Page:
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Pajama Program Volunteers Show Needy Children They Are Loved

No kid looks forward to bedtime, but for one children's home in Queens, it's a fun time. In the following report, NY1's Jennifer Rainville introduces us to a program which shows needy kids their fellow New Yorkers care about them, be it day or night.

New York is the city that never sleeps, so what better place to have a pajama party in the middle of the day?

That's the occasion at a children's home in Queens. Forty-eight kids of all ages live at Hour Children while their mothers make the transition from incarceration to a life outside prison walls. Here, the kids receive the basic necessities they need to live healthy lives every day. But now, with the help of a local volunteer group, the kids spend every night happier, too.

“It's such a simple idea,” says Genevieve Piturro.

Piturro started donating pajamas to city children's homes years ago. She decided to create the Pajama Program after meeting a little girl at a home in Harlem three years ago.

“I asked her to pick a pair of pajamas, and she looked at me and she said, ‘What are these?’” she says. “And I didn't think I heard her, because I didn't think she'd say that. And the caregiver whispered to me, ‘She doesn't know what they are - she sleeps in her clothes.’”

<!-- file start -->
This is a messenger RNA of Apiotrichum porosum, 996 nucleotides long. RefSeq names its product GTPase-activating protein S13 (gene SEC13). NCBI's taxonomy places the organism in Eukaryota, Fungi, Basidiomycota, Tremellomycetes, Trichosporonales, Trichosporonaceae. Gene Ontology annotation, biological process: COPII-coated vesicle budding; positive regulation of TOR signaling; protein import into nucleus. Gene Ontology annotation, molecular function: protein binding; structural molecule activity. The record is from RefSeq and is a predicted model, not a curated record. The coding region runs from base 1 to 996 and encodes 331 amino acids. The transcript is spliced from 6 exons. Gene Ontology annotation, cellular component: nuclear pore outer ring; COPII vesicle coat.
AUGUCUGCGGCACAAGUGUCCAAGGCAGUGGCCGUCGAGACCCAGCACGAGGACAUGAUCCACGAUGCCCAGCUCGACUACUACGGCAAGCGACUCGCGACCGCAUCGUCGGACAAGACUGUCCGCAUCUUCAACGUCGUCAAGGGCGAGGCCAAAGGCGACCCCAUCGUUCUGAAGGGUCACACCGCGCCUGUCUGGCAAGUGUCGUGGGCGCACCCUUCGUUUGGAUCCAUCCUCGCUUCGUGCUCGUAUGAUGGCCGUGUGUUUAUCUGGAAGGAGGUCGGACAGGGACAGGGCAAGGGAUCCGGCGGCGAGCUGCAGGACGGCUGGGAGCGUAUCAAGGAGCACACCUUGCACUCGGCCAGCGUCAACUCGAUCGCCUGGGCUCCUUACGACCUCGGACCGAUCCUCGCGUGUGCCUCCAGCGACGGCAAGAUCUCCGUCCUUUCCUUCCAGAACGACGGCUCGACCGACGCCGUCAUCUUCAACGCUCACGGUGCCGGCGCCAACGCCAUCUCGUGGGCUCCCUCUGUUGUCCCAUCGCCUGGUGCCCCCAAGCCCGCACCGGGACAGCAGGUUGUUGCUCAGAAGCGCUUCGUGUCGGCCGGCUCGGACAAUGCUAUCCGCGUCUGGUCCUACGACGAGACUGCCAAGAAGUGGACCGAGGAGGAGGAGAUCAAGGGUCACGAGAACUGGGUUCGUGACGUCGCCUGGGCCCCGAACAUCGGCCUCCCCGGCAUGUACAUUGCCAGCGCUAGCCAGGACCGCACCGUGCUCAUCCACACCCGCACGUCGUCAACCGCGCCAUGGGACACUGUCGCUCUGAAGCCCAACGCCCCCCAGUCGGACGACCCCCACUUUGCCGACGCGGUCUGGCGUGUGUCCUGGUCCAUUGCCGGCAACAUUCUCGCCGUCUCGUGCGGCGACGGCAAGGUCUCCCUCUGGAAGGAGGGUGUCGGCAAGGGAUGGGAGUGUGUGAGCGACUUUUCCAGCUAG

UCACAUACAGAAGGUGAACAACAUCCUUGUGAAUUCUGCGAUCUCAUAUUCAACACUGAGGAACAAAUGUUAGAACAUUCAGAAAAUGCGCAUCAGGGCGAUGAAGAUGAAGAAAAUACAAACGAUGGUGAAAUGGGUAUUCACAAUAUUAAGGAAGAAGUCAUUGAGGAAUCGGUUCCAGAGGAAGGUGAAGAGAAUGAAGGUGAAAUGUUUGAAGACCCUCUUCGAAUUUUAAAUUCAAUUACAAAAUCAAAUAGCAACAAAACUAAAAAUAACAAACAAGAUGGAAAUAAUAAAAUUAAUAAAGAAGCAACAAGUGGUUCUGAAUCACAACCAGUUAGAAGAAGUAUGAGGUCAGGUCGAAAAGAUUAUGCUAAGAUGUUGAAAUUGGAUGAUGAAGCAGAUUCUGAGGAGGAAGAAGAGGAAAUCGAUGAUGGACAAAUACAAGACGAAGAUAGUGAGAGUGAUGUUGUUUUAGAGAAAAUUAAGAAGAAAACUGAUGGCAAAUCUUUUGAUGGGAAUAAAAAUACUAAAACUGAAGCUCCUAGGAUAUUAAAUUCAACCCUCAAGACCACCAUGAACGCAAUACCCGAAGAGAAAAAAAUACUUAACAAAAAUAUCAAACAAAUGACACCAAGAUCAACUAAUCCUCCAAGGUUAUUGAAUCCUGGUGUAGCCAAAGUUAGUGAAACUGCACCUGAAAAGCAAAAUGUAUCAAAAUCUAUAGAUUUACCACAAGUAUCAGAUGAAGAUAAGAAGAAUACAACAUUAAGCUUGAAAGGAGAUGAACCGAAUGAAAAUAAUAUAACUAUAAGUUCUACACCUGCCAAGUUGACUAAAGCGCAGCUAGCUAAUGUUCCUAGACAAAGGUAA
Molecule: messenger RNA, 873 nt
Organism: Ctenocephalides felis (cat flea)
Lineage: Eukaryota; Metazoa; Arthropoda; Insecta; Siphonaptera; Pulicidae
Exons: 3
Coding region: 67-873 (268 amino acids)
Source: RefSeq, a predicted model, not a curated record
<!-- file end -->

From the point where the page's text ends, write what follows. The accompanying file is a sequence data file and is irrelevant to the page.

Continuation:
Sister Tesa Fitzgerald, Hour Children's director, says the donations are a unique way to give kids what they need while giving them a much needed sense of security.

“It's probably one thing that people don't think kids need, in a way, and yet it says to them that there is a care and a warmth and a gentleness about life that's very important,” she says. “The little things we take for granted we can't take for granted in the life of children.”

That's a lesson program advisor Jacky Teplitzky wants to teach her kids. She introduced her two boys to the program to teach them about the importance of volunteerism.

“There are things that you can explain to them in words, but unless they actually see it and they actually feel it, they don't get it,” she says. “We live in the city, in Manhattan, and I wanted to show them that not everybody grows up like they.”

“Children will say, ‘Can I keep these?,’ because these children aren't used to having anything that is theirs,” says Piturro. “To have something that's their own, that they can sleep with, that's warm, and a book - they treasure it. It's heartbreaking and exhilarating at the same time.”

For supplying these kids with what they need to feel loved even after the sun goes down, the volunteers at the Pajama Program are our New Yorkers of the Week.

To find out more about the Pajama Program, you can call 1-646-522-6836 or visit www.pajamaprogram.org.

 

 

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